ABC Books, 2023
304pp., hbk., RRP $A19.99
Rural New South Wales in 1952 – a new monarch is about to be crowned and for five-year-old Nettie Sweeney life is almost perfect. She has a dad, three big sisters, a farm full of cows and a cat called Mittens, can read and write and even does spelling with Second Class because she is so clever. But Nettie longs for a mother. Her own passed away when she was born (leaving her with all sorts of misconceptions about babies and storks) and she would love to have one who has a gentle touch, sparkles in her eyes and lots of love and hugs to give. But instead she has cranky Aunty Edith who is quick with her hands and even quicker with her tongue as she clings to the old ways.
When Dad marries Alice, all Nettie’s dreams come true and the Sweeney home overflows with laughter, love and a new philosophy of looking for the silver linings in everything rather than the dark clouds. When her baby brother. Billy, is born he becomes the light of Nettie’s life and her world is perfect. Until it isn’t…
Those who are familiar with five-year-olds, and even those who aren’t , will laugh out loud all through the beginning of this book as we see life through the unfiltered lens of Nettie and her doll Fancy Nancy. And they will empathise with the unsophisticated five-year-old who has to handle the family tragedy in her own way because she just isn’t mature enough to know of any other. Her naivety endears her from the beginning and her resilience and courage as events play out inspire. While the big issues of PTSD, loss and depression that are confronted could be anywhere, anytime, by placing them in the early 50s Nannestad distances them enough from the reader’s here and now for them to be acknowledged but not necessarily absorbed. And for those of us old enough to know better, how will we ever think of Queen Elizabeth II as anything but “the mongoose of the British Umpire” again?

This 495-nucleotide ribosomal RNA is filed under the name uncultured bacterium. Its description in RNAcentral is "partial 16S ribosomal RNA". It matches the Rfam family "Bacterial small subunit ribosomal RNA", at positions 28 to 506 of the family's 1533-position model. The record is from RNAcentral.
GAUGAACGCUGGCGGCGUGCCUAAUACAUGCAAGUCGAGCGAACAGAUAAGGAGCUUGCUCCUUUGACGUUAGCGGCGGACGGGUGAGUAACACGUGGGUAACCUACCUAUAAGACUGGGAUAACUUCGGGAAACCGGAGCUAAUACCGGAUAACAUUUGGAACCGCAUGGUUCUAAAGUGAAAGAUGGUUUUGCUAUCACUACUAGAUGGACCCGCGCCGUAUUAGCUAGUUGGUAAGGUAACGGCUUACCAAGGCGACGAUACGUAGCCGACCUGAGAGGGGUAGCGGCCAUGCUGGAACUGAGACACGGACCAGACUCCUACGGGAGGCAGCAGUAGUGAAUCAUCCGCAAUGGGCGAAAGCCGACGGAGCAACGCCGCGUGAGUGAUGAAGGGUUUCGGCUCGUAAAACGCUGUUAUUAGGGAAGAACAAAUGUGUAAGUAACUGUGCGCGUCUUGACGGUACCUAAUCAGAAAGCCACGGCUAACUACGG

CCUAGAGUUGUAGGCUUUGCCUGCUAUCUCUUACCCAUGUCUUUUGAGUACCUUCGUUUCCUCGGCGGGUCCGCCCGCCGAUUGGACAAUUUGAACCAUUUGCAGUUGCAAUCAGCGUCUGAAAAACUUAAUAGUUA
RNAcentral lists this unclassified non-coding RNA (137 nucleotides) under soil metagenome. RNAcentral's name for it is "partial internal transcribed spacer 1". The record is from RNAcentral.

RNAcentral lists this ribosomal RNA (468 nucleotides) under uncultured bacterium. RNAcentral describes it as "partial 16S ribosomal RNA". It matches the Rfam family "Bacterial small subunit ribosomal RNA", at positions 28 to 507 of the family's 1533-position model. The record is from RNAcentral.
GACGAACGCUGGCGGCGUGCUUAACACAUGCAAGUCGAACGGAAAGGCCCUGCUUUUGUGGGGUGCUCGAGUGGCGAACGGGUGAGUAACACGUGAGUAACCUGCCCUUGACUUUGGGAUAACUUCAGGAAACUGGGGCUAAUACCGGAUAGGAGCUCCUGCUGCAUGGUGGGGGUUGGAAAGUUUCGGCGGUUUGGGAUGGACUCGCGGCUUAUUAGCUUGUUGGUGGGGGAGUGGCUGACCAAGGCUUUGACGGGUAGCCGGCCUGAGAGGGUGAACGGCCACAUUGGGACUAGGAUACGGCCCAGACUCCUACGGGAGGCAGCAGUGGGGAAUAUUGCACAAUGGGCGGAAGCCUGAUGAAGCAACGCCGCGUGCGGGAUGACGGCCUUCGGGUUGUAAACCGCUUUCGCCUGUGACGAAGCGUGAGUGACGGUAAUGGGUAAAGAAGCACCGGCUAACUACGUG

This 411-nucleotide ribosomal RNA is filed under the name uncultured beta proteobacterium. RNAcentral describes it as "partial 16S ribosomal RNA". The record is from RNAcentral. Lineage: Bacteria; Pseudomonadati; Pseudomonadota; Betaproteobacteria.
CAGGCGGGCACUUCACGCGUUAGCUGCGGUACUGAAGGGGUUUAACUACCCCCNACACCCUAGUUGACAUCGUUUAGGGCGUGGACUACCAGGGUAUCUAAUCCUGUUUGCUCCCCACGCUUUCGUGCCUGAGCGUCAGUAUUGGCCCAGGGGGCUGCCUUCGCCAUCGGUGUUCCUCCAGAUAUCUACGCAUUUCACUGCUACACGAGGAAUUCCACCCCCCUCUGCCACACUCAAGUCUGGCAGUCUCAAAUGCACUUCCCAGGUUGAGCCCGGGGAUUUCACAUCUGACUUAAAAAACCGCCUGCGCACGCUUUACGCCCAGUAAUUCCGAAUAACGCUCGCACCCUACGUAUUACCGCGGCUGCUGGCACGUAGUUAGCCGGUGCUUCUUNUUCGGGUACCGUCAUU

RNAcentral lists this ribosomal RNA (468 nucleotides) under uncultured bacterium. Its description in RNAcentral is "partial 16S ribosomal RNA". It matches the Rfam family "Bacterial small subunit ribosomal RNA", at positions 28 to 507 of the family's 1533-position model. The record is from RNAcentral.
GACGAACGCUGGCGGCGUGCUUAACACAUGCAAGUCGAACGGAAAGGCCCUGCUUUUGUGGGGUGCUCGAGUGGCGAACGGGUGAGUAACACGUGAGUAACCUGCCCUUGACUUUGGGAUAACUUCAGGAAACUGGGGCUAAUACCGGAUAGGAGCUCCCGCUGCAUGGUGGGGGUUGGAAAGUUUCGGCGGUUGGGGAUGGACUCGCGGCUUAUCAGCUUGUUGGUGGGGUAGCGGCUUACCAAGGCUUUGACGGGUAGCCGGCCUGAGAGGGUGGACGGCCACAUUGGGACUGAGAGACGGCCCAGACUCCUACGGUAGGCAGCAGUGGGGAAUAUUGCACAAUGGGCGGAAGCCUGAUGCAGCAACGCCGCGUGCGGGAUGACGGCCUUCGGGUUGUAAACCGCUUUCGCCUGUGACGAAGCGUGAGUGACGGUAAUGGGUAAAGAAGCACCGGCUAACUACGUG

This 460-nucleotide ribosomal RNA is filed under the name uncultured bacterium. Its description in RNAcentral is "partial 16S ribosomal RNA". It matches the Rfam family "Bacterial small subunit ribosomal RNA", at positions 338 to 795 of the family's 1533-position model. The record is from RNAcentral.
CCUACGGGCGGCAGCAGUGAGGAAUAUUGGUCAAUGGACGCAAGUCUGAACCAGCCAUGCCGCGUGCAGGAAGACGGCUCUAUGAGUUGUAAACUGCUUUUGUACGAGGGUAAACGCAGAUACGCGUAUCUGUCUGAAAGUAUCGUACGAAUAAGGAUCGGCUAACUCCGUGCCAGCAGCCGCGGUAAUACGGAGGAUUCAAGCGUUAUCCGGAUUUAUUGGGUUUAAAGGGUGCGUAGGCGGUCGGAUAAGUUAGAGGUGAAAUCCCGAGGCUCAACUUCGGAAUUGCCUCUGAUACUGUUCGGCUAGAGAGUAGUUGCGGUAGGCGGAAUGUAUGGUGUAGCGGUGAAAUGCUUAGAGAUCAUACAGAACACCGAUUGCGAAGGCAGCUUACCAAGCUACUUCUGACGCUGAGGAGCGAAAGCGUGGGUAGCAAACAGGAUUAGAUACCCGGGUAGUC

It’s a rare author who can write a story for young children in a way that has adult readers turning page after page because there has to be a solution, and Nannestad is one of those. As with The Girl who brought Mischief, this one had me reading past my bedtime because I was so enamoured of Nettie and needed to know there was a happy ending.
This is one for independent readers who like real-life stories (it is based on family happenings) and if you are preparing a list of books for Christmas stockings, this should be on it.